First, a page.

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Here’s a letter to a young woman who accuses me (and other lockdown opponents) of being “anti-science”:

Ms. Hasanov:

Thanks for your e-mail.

I did indeed read Alan Alda’s Washington Post op-ed. Of course he’s correct that, in the formation of policy responses to Covid-19, science should be consulted. But if your interpretation of his op-ed is accurate – as it seems to be – I cannot agree with, as you approvingly describe it, “his demand that science determine the policy.”

Science is an indispensable source of knowledge. While it can help us to better achieve the goals to which our values point us, it itself does not and cannot determine those values and goals. Nor can science tell any individual, and much less any group of individuals, how to trade-off one desirable outcome against other such outcomes. In short, policy is not something that can be “determined” by science.

Therefore, even if (contrary to reality) science offered a clear answer to the question ‘What number of lives would be saved by tighter lockdowns?’ – and even if this answer is positive and large – science would not settle the matter in favor of tighter lockdowns. Such a policy has costs. It disrupts lives in many ways. The value of what is lost as a result of this disruption must be weighed against the value of whatever might be the net gains to health. And science can’t possibly tell us how such a trade-off should be struck.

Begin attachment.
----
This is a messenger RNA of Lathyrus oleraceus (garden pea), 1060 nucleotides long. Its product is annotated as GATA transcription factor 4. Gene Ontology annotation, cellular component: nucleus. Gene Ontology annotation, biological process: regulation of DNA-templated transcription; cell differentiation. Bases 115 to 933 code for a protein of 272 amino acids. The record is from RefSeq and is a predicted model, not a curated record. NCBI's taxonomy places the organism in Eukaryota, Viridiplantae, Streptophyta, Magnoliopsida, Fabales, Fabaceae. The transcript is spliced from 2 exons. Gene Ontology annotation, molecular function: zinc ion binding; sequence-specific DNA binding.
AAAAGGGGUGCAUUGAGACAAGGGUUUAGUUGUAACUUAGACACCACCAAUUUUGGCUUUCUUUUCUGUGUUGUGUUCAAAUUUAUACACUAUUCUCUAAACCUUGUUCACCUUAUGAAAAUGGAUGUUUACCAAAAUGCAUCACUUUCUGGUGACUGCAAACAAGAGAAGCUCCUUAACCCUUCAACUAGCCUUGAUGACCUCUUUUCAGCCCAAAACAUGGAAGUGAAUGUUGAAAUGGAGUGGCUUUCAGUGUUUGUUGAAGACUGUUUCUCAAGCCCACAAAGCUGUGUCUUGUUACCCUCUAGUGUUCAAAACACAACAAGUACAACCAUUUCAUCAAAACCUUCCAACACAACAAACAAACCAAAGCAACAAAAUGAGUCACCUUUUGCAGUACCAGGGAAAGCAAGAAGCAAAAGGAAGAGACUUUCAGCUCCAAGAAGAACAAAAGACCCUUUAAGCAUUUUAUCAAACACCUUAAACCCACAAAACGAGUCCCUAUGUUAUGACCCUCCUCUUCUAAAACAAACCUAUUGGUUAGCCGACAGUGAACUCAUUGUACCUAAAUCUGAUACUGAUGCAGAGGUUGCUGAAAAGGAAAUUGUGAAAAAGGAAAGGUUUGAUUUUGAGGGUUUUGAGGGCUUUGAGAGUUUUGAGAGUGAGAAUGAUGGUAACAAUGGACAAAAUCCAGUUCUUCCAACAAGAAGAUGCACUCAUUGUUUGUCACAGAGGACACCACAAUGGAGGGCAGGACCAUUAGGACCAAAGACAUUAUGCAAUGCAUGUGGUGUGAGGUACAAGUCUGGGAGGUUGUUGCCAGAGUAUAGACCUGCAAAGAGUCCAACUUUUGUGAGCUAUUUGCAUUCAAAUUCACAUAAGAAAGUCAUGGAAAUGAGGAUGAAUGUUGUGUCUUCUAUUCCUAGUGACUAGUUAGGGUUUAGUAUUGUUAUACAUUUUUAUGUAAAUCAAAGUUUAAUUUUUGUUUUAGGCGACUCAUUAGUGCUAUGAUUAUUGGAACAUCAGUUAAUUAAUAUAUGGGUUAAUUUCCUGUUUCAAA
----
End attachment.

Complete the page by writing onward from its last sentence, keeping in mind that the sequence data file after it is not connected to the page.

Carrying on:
If it seems heartless to accept policies that result in premature deaths, note that each year in the U.S. approximately 7,000 people drown in swimming pools. That’s an average of more than 19 such drownings daily, and a disproportionate number of these deaths are of young children. And so as a matter of scientific fact, government could prevent this number of tragic drownings by locking down all swimming pools.

Should government adopt this lockdown policy? Your answer likely is no. You recognize that there’s positive value to the exercise and enjoyment that people get from swimming, and that this value is sufficiently high to justify the risk of drowning. Importantly, your opposition to swimming-pool lockdowns isn’t “anti-science.”

And so it is with Covid lockdowns. While consideration of such lockdowns should take account of scientific information, no amount of such information settles the case scientifically in favor of (or against) lockdowns. We, like you, necessarily are guided by our values and preferences in coming to our position regarding lockdowns. Those of us who oppose lockdowns are not, as you accuse us, “anti-science.”

Donald J. Boudreaux
Professor of Economics
Martha and Nelson Getchell Chair for the Study of Free Market Capitalism at the Mercatus Center
George Mason University
Fairfax, VA 22030


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